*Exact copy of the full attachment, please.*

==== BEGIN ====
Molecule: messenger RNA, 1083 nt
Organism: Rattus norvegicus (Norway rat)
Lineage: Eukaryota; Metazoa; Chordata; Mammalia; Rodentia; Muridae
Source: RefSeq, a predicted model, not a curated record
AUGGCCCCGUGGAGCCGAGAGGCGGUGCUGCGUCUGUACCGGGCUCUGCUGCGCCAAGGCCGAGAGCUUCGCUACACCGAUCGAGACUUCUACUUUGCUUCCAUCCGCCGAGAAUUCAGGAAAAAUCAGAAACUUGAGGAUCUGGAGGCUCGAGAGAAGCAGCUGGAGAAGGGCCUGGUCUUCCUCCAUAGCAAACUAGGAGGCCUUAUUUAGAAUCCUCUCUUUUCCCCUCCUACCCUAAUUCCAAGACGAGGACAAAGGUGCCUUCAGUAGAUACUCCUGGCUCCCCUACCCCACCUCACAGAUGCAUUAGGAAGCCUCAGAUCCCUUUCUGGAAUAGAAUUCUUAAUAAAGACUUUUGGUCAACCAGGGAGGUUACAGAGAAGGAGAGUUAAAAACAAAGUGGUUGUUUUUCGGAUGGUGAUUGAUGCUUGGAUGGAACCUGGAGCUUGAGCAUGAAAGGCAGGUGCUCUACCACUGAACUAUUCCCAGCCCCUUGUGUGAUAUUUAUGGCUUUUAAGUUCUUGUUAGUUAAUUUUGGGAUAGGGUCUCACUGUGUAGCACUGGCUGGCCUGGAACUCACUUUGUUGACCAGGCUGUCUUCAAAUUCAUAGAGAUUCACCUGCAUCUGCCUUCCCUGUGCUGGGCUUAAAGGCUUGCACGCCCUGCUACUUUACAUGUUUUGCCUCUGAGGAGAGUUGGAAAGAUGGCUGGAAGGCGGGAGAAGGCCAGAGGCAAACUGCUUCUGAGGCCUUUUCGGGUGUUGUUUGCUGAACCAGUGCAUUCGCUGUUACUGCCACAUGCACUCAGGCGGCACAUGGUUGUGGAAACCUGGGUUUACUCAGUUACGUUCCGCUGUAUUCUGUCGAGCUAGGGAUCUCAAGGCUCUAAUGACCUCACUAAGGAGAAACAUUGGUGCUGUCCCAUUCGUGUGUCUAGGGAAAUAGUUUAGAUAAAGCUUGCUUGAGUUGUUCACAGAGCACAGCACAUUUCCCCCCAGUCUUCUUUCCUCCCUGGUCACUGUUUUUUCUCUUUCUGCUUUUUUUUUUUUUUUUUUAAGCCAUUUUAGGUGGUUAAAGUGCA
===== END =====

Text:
Molecule: messenger RNA, 1083 nt
Organism: Rattus norvegicus (Norway rat)
Lineage: Eukaryota; Metazoa; Chordata; Mammalia; Rodentia; Muridae
Source: RefSeq, a predicted model, not a curated record
AUGGCCCCGUGGAGCCGAGAGGCGGUGCUGCGUCUGUACCGGGCUCUGCUGCGCCAAGGCCGAGAGCUUCGCUACACCGAUCGAGACUUCUACUUUGCUUCCAUCCGCCGAGAAUUCAGGAAAAAUCAGAAACUUGAGGAUCUGGAGGCUCGAGAGAAGCAGCUGGAGAAGGGCCUGGUCUUCCUCCAUAGCAAACUAGGAGGCCUUAUUUAGAAUCCUCUCUUUUCCCCUCCUACCCUAAUUCCAAGACGAGGACAAAGGUGCCUUCAGUAGAUACUCCUGGCUCCCCUACCCCACCUCACAGAUGCAUUAGGAAGCCUCAGAUCCCUUUCUGGAAUAGAAUUCUUAAUAAAGACUUUUGGUCAACCAGGGAGGUUACAGAGAAGGAGAGUUAAAAACAAAGUGGUUGUUUUUCGGAUGGUGAUUGAUGCUUGGAUGGAACCUGGAGCUUGAGCAUGAAAGGCAGGUGCUCUACCACUGAACUAUUCCCAGCCCCUUGUGUGAUAUUUAUGGCUUUUAAGUUCUUGUUAGUUAAUUUUGGGAUAGGGUCUCACUGUGUAGCACUGGCUGGCCUGGAACUCACUUUGUUGACCAGGCUGUCUUCAAAUUCAUAGAGAUUCACCUGCAUCUGCCUUCCCUGUGCUGGGCUUAAAGGCUUGCACGCCCUGCUACUUUACAUGUUUUGCCUCUGAGGAGAGUUGGAAAGAUGGCUGGAAGGCGGGAGAAGGCCAGAGGCAAACUGCUUCUGAGGCCUUUUCGGGUGUUGUUUGCUGAACCAGUGCAUUCGCUGUUACUGCCACAUGCACUCAGGCGGCACAUGGUUGUGGAAACCUGGGUUUACUCAGUUACGUUCCGCUGUAUUCUGUCGAGCUAGGGAUCUCAAGGCUCUAAUGACCUCACUAAGGAGAAACAUUGGUGCUGUCCCAUUCGUGUGUCUAGGGAAAUAGUUUAGAUAAAGCUUGCUUGAGUUGUUCACAGAGCACAGCACAUUUCCCCCCAGUCUUCUUUCCUCCCUGGUCACUGUUUUUUCUCUUUCUGCUUUUUUUUUUUUUUUUUUAAGCCAUUUUAGGUGGUUAAAGUGCA